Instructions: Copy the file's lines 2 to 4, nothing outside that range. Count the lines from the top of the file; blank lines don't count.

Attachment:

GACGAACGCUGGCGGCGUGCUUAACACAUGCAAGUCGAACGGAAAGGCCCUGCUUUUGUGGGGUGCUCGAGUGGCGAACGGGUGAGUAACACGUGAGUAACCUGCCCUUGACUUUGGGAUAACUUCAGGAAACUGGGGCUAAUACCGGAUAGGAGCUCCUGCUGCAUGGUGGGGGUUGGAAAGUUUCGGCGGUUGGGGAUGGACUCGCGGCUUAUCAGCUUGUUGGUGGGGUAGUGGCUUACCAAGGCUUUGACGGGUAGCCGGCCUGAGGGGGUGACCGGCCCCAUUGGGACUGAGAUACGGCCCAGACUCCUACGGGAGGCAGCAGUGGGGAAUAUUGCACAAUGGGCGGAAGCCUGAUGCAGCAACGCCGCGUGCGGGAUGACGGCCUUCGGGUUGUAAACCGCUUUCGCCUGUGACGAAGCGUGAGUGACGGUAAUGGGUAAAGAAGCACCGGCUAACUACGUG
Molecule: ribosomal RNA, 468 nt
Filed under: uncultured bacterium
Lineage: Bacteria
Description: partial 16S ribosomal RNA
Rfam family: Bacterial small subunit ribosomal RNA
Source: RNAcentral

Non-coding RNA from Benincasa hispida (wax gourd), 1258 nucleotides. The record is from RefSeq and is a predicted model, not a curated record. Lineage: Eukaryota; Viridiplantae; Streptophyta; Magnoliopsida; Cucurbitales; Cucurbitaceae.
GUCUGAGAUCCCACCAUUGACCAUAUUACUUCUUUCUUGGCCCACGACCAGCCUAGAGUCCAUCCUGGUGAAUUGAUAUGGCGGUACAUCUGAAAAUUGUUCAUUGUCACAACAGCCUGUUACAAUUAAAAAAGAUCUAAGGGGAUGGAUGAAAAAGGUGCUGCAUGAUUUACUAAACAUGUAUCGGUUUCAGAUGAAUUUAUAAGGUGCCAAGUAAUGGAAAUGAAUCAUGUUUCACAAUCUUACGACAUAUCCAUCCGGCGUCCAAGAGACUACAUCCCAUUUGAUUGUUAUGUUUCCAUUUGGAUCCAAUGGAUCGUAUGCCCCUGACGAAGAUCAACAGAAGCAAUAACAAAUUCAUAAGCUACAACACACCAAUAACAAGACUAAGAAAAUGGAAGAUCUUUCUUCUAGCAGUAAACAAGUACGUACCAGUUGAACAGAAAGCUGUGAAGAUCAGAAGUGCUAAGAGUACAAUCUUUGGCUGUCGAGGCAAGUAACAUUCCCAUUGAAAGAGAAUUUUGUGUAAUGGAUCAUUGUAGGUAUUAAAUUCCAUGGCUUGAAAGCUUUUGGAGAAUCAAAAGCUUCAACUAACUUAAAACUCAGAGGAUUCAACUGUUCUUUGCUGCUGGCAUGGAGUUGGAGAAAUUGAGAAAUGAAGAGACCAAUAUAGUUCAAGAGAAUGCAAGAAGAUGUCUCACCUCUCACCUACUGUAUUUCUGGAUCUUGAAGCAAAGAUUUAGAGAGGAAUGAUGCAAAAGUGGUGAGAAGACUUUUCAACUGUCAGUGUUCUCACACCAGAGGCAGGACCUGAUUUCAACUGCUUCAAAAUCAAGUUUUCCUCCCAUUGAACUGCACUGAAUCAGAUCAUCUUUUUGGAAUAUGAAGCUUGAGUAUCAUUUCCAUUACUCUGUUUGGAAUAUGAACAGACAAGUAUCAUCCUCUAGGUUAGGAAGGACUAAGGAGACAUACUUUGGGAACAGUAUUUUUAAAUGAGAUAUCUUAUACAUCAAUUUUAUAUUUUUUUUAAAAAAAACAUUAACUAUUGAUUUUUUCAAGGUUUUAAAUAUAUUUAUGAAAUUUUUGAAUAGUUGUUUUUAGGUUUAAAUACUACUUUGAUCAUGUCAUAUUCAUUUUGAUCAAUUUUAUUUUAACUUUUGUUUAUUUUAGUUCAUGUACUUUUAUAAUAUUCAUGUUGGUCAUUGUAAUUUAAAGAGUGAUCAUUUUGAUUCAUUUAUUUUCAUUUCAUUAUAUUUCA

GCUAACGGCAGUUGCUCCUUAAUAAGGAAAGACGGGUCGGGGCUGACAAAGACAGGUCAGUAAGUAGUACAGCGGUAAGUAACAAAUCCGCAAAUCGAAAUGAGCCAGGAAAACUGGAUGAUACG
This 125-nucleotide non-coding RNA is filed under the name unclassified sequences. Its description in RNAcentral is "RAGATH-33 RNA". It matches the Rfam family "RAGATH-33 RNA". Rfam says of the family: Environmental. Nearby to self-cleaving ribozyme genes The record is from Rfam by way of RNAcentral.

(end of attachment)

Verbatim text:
Molecule: ribosomal RNA, 468 nt
Filed under: uncultured bacterium
Lineage: Bacteria